On the other side, the biggest point that administrators seem to get wrong is not recognizing – or not demonstrating to faculty that they recognize– that these cuts are felt viscerally by faculty. Imagine being told that the discipline you loved enough to study for over a decade so that you could spend a lifetime learning more about it and teaching it to others, is deemed no longer sustainable. The pain that results runs deep and cannot be easily overcome. Administrators must ensure that faculty have the opportunity to provide substantive input into the academic program prioritization process, receive information on how decisions will be made, and be allowed time to reflect and mourn possible outcomes.
Both faculty and administrators have to come to terms with the fact that they are all on the same team. The scope of responsibilities on each side of this divide varies, but both need to work together to address the larger structural challenges in a more informed, systematic, empathetic, way. That is governance done well. However, before the governance conversation can begin, the “us vs. them” trope between faculty and administrators that so often holds sway in these conversations must be overcome.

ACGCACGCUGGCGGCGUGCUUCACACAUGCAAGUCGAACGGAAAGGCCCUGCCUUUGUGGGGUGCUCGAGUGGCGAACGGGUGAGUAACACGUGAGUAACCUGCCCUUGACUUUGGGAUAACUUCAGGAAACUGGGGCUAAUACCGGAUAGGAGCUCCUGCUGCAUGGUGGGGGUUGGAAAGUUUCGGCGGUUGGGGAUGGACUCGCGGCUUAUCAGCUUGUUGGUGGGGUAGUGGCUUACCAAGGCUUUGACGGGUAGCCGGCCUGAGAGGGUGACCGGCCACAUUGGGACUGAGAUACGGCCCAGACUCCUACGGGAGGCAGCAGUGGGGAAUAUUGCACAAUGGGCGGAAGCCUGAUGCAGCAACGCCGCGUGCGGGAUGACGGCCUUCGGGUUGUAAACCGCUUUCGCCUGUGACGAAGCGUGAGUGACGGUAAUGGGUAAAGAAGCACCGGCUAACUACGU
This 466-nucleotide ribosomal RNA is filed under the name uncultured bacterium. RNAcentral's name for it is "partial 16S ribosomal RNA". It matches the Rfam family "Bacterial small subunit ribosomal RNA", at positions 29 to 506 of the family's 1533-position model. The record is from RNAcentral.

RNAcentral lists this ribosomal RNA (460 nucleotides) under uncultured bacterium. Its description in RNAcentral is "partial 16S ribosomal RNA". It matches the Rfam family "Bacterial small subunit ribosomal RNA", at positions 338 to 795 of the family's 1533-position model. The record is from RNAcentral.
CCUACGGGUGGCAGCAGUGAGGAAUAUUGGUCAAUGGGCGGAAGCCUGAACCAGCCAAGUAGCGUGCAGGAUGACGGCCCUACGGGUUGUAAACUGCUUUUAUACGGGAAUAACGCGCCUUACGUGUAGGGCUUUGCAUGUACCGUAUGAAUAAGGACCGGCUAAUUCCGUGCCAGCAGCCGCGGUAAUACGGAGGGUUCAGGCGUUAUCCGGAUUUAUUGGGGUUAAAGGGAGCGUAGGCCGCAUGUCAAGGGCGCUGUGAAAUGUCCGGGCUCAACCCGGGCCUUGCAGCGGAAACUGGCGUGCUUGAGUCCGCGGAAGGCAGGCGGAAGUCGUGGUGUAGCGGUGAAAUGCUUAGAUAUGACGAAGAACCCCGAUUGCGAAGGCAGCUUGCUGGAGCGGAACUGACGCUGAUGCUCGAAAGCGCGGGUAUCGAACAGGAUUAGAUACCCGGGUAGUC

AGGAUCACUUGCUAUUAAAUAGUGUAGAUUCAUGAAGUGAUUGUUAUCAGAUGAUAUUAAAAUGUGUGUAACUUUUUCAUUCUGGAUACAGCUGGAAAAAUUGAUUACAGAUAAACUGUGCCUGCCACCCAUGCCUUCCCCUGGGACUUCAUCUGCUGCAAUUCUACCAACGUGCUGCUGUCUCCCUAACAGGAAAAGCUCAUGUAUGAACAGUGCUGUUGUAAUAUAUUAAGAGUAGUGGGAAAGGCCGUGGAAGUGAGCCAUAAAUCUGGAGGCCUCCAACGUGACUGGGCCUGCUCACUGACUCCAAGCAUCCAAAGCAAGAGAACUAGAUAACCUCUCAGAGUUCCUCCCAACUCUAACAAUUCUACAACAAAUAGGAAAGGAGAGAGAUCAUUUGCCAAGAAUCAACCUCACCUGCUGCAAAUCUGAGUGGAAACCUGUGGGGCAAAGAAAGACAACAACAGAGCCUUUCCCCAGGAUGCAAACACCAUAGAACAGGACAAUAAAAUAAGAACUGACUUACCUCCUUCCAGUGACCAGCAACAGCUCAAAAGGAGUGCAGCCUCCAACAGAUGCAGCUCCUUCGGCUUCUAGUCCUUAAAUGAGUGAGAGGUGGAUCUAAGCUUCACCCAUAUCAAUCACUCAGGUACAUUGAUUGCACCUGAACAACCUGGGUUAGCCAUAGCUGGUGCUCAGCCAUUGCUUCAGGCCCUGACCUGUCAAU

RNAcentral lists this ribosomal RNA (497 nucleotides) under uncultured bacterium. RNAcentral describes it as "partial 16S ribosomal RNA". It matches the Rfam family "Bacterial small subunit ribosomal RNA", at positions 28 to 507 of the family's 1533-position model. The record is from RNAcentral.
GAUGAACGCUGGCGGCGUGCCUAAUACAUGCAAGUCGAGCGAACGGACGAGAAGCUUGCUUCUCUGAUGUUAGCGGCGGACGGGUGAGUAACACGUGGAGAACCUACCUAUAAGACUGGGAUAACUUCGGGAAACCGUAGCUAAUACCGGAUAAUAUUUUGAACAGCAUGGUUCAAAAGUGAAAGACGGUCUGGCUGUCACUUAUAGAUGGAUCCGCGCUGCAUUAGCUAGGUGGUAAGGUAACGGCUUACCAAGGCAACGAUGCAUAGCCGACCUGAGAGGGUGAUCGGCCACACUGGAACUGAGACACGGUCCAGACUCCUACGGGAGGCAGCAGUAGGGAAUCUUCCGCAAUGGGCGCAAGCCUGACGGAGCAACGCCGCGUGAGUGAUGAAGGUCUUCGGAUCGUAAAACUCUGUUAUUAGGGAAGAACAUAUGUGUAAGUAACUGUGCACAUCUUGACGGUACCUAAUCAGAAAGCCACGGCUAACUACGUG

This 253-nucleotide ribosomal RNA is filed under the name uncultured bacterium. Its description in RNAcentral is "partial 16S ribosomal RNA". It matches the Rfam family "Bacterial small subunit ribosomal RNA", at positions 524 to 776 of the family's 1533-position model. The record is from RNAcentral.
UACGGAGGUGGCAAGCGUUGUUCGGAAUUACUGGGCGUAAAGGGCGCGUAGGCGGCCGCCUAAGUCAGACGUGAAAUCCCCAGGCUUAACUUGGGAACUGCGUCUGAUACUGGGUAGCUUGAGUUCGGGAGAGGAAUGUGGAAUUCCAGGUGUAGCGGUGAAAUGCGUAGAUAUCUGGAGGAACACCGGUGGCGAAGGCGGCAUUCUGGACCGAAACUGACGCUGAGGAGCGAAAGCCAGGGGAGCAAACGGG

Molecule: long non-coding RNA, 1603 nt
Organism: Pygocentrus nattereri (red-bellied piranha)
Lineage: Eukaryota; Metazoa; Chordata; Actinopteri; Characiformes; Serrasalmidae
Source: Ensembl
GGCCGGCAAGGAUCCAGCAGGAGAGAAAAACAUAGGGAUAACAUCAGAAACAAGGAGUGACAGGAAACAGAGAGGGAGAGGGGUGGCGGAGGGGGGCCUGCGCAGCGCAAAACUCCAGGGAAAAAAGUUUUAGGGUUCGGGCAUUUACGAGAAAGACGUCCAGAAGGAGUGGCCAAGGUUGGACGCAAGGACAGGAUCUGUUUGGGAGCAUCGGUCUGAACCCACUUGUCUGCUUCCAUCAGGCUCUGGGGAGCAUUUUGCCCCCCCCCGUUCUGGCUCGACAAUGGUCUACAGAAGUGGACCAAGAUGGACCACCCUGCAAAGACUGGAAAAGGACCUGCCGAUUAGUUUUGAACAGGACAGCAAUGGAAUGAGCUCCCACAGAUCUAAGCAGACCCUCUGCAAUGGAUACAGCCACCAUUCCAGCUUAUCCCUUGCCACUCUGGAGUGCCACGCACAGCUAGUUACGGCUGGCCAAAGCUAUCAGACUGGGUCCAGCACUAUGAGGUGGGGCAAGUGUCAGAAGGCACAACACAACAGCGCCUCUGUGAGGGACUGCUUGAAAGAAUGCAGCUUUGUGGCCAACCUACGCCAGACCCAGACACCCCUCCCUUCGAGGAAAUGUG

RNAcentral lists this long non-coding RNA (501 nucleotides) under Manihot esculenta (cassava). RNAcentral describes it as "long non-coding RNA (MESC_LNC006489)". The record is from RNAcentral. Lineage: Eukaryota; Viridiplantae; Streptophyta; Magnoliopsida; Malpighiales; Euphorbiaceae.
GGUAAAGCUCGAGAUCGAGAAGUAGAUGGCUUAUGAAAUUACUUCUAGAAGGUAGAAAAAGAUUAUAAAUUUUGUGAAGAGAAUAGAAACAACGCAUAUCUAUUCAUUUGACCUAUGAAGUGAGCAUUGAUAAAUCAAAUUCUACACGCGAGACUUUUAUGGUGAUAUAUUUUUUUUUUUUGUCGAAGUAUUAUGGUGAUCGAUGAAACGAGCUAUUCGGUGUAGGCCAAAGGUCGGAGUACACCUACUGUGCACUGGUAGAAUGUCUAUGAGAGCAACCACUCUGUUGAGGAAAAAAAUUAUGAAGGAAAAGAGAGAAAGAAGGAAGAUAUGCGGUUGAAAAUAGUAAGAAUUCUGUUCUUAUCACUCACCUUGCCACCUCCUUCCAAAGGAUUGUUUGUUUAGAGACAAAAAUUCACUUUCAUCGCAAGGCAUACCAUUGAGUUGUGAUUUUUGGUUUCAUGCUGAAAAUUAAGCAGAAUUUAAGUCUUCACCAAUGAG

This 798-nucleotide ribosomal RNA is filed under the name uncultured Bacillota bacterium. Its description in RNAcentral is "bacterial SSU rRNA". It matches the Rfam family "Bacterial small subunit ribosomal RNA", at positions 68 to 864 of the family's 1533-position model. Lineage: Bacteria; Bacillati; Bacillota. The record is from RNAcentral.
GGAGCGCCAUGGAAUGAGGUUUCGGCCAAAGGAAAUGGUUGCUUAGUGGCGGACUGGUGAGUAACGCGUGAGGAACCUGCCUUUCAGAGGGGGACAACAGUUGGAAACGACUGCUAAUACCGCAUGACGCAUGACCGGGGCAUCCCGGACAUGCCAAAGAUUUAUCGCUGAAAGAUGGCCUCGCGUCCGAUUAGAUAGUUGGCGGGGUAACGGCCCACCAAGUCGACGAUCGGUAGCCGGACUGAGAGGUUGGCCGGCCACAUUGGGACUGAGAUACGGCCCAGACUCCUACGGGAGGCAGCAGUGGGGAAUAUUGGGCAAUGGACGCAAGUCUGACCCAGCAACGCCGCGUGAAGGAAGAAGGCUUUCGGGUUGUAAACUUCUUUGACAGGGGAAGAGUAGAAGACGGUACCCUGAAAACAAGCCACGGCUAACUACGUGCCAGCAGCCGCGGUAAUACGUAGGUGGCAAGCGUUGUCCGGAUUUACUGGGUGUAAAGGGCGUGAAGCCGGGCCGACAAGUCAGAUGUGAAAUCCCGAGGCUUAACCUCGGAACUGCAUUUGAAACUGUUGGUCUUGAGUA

Of course, the dynamics of these conversations vary significantly by the nature and size of the institution. The importance of forming an institutional alliance between faculty and administrators on campus is likely greater at smaller, private, liberal arts institutions, given the existential threat they face in the near term (Grawe 2018, 2021). But that does not minimize the importance of how the interactions between faculty and administration should take place at every institution.
So, to that ethic of care. Administrators have to acknowledge their positions of power relative to faculty, especially in the context of the governance structure, and reach out to faculty members in ways that are both invitational and transparent. Administrators should recall the nurturing affect they demonstrated toward students when rising through the academic ranks and be sensitive to the emotional state of the faculty at their institution. And yes, this is a tricky line to walk, as administrators also have the responsibility to manage budgets, which under many circumstances could result in the need to cut people and positions. Administrators are therefore placed in an unenviable position (“Yes, we are a family and we really value the work that you do, but I’m sorry, I have to let you go”). Administrators need to find a way to trust faculty with more information and invite, and take seriously, faculty advice and counsel.